86                                          PNL Volume 21 1989 FEATURES
Marx, G.A.                                                                  NYS Agricultural Experiment Station
Geneva, NY 14456, USA
Previously I drew attention to the utility of a gene system involving the loci Af-I St R-Tl as an aid to teaching several fundamental principles of genetics (1). Recently two more tightly linked loci have been found to reside in the Af-I region of chromosome 1, viz. Aero (2) and an as yet unnamed chlorophyll mutant (3) which is merely designated here as ch for convenience. The Af-Aero-Ch gene set offers another possible opportunity as a teaching aid. Because Af and Aero are so tightly linked, repulsion phase crosses yield F2 populations consisting of approximately 1/4 af segregants, 1/4 aero segregants and 1/2 normal, non-mutant plants. Since crossovers are extremely rare, the normal segregants are almost always heterozygous for both loci and seeds from such plants will, upon progeny testing, again segregate for af and aero.
Because the chlorophyll mutant, ch, is also tightly linked with af and because its effect is manifest in the seeds as well as in the plant, it serves in the coupling phase to mark seeds that will give rise to af seedlings. Thus in the cross Af aero Ch x af Aero ch, the F1 plants are normal in phenotype but the F2 seeds borne on the F-| plants show segregation for the chlorophyll mutant, expressed as pale yellowish-green seeds. These pale seeds should comprise, on average, 1/4 of the F2 and give rise to seedlings which express the afila phenotype. Correspondingly, the normal F2 plants will be heterozygous at all three loci, Af/af Aero/aero and Ch/ch, and pale seeds borne on these plants will again identify F3 seedlings that will express the afila phenotype. procedure can be repeated in each succeeding generation with the same expectations unless or until a crossover occurs among one or another of the three loci.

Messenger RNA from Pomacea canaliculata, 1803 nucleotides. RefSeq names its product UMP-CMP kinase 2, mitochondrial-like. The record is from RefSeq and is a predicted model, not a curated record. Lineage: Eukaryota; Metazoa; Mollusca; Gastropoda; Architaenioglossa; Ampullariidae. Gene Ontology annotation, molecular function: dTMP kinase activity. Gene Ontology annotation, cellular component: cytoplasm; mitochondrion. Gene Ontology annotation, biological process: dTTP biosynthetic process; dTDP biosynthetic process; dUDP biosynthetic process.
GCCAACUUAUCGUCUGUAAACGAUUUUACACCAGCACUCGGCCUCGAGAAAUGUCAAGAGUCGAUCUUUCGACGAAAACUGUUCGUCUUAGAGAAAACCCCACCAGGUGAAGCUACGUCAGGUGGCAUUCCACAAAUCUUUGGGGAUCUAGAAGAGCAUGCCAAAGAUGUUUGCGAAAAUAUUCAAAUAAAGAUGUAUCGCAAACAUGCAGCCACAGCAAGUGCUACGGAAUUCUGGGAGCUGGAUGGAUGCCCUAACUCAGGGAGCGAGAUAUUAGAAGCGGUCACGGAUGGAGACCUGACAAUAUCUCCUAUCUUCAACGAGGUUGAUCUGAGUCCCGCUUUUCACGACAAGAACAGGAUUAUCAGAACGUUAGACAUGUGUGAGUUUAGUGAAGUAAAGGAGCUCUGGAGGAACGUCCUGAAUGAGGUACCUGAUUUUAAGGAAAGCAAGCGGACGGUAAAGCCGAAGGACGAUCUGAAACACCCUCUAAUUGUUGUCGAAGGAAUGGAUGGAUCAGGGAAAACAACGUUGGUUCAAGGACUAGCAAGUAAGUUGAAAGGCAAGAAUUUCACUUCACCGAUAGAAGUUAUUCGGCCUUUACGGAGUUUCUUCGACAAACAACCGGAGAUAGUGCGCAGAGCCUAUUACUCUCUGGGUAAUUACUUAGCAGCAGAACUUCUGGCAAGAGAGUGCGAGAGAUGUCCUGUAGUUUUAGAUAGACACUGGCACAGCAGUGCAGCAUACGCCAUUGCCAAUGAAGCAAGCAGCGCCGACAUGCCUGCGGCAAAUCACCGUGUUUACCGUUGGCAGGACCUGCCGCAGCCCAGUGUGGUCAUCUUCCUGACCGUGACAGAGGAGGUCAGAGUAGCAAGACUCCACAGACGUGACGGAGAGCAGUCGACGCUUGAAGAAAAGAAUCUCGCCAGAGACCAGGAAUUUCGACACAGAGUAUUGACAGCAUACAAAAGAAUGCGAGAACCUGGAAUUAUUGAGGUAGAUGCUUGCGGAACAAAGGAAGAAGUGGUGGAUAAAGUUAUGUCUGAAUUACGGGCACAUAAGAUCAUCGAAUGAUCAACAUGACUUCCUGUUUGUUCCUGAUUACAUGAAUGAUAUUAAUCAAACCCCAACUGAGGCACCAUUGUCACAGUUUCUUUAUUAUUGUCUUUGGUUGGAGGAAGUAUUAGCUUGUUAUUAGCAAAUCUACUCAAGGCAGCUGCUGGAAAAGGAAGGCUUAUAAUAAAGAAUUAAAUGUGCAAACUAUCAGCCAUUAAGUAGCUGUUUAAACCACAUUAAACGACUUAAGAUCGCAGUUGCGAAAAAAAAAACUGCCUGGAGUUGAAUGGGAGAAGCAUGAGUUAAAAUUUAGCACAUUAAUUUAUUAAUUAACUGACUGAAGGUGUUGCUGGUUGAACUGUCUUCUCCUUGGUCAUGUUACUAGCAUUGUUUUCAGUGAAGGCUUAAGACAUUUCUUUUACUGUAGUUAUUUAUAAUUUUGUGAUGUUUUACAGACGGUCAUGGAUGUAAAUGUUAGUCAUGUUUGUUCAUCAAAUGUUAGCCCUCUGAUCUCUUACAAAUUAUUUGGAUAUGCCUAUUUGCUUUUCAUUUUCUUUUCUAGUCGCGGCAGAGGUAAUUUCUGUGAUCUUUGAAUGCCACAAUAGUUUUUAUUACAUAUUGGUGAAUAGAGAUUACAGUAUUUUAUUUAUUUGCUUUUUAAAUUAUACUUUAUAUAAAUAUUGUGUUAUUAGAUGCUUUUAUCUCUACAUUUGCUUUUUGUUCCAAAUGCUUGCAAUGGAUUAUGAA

For the above scheme to be most effective, the af parent should be recessive at the I locus (i/i) because the seed expression phase of the chlorophyll mutant is best seen against a background of green cotyledon rather than of yellow (I/-).
If this scheme were to be used in laboratory exercises it might be used in conjunction with, and as a supplement to, the Af-I St R-Tl scheme. In the former scheme, the i/i (green cotyledon) segregants mark the af segregants (unless a crossover occurs) whereas in the present scheme it is the "yellow" seeds that identify the afila segregants.
The present scheme has the advantage to the extent that if the instructor has glasshouse or growth chamber facilities, he/she can generate a continuing supply of material simply by growing the normal, non-mutant seedlings to maturity and collecting the seed therefrom for use in a later classroom exercise.
1.   Marx, G.A. 1974. J. Hered. 65:252-254.
2.   Marx, G.A. 1987. PNL 19:35-36.
3.   Marx, G.A. 1988. PNL 20:24.